Recently, through Manuscript Academy, I signed up to meet with two agents in my genre. I reviewed the queries with both agents.

Agent #1 - Absolutely preferred the query with more detail. Even made suggestions where to add even more detail.

Agent #2 - Loved the query with less specifics and asked for a FULL. Said she didn't need comp titles because the query was so compelling and clear that they weren't needed.

 

So - talk about subjective, right? Now I've got two queries and am currently using both to continue querying.



#9 seemyad

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Posted 17 April 2017 - 12:50 PM

Subjectivity is the mother of confusion, and creativity. In my view, the "rules" for Query Letters are synonymous with military basic training. I served fours active duty in the USAF. In basic training we were taught how to march, salute, and conform over a ten week period. Later, I went to Technical Training, which lasted seven months. There I was taught how to repair complex avionics systems on heavy military aircraft. I then was shipped off to my permanent duty location, where I received several months of On the Job Training (OJT).

 

My point is once I arrived to my permanent duty location I was told "Remember all of that stuff they taught you in basic? Forget about it. Welcome to the real world!". Right or wrong, I view the rigid rules for query letters as the basics, similar to basic training. It gives you the foundation to build upon versus remaining stagnant in. It is like your first semester in college where you arrive bright eyed and bushy tailed. Then you meet the professors who tell you how the class is really going to work. Each professor has his or her own way of doing things.

 

So stick to the basics, until you are confident enough to build upon it by including a bit of your personality or view point. One could say this is how I view the subject matter I am interested in writing about, versus this is the generic view of what I am interested in writing about. If you need to add additional information to paint the picture, so be it (as long as you are not writing a Query Novel versus a Query Letter).

 

Rules should be viewed as a framework, not an absolute. This is especially true of artists and writers. Follow proper formatting as it applies to writing. However, the content is where your subjectivity should shine. Take the foundation for Query Letters and tailor it to fit your style, as with any profession.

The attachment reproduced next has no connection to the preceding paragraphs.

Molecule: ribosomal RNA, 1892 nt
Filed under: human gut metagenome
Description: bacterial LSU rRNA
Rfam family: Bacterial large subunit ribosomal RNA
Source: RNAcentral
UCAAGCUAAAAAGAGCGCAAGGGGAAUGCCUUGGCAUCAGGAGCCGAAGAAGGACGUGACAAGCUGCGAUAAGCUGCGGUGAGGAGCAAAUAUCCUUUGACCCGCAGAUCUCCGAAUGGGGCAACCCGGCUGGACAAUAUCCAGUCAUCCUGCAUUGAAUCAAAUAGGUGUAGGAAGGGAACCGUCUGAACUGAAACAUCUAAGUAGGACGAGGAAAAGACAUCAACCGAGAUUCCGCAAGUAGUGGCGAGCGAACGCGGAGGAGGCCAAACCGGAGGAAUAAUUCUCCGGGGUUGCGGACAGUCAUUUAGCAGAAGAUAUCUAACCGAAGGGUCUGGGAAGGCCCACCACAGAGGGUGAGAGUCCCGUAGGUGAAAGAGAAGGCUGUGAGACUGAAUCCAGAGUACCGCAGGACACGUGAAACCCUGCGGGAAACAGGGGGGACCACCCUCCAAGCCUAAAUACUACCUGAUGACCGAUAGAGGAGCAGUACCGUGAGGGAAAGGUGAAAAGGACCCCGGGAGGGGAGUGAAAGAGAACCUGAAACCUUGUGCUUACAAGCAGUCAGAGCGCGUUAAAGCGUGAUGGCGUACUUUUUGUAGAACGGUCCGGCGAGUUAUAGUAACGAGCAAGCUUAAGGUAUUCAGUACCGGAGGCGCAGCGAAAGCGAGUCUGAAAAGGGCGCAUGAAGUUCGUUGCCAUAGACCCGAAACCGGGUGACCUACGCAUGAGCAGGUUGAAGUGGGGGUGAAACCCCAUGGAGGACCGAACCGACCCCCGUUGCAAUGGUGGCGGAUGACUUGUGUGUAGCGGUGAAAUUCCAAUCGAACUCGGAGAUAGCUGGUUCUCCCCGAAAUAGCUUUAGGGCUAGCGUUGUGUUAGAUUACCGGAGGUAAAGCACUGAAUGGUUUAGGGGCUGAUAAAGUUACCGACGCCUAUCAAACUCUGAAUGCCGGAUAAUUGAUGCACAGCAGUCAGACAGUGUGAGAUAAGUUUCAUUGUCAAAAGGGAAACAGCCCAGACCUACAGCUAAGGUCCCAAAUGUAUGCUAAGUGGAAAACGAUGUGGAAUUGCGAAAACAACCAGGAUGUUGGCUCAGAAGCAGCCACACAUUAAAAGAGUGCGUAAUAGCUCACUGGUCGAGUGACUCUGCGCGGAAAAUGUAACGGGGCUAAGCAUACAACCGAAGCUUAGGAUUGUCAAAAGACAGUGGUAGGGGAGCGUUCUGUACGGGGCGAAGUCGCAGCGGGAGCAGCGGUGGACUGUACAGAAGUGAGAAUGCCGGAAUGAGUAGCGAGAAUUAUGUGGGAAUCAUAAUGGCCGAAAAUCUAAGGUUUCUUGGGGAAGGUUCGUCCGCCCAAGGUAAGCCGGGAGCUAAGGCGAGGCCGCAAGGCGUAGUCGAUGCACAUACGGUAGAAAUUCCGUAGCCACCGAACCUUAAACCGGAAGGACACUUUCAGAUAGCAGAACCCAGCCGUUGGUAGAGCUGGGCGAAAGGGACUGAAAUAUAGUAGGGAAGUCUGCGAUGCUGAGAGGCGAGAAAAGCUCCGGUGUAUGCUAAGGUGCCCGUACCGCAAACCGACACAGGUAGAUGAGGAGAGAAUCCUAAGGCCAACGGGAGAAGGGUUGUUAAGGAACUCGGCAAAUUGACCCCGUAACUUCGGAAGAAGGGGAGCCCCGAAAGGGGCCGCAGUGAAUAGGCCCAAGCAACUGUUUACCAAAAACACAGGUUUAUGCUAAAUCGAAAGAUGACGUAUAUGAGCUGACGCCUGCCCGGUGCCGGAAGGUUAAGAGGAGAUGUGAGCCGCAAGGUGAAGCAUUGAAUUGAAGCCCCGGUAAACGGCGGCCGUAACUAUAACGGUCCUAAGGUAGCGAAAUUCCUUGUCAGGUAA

Thus endeth the lesson (from someone who has just begun to look for an agent for the the first time in their life).



#10 Litgal

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    In between I became a "hybrid" as part of a group of six authors involved in a high concept novel-in-six-parts called "A Day of Fire" which released in November of 2014. The book, "A Day of Fire," tells the story of the final days of the doomed city of Pompeii in a way you've never read it before.

Posted 17 April 2017 - 03:32 PM

 

 

So stick to the basics, until you are confident enough to build upon it by including a bit of your personality or view point. 

 

EVEN WHILE FOLLOWING THE BASIC (3 paragraph) format any successful query must have personality and voice. I actually blogged on this once-- http://www.fromthewr...anuscripts.html


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#11 albarchs

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Posted 18 July 2017 - 04:28 PM

Agentquery's formula works. However, there are plenty of other examples of recent novels that do not follow their three step formula. You can find plenty of resources for other queries. Remember, Agentquery's formula is one option. One that has success but there are countless other writers who wrote queries that do no conform to the formula and landed an agent.

 

Honestly, Google is your friend. I search recently published authors' Reddit posts and look for mention of queries. You'd be surprised how many you can find in the bowels of Google's page 10.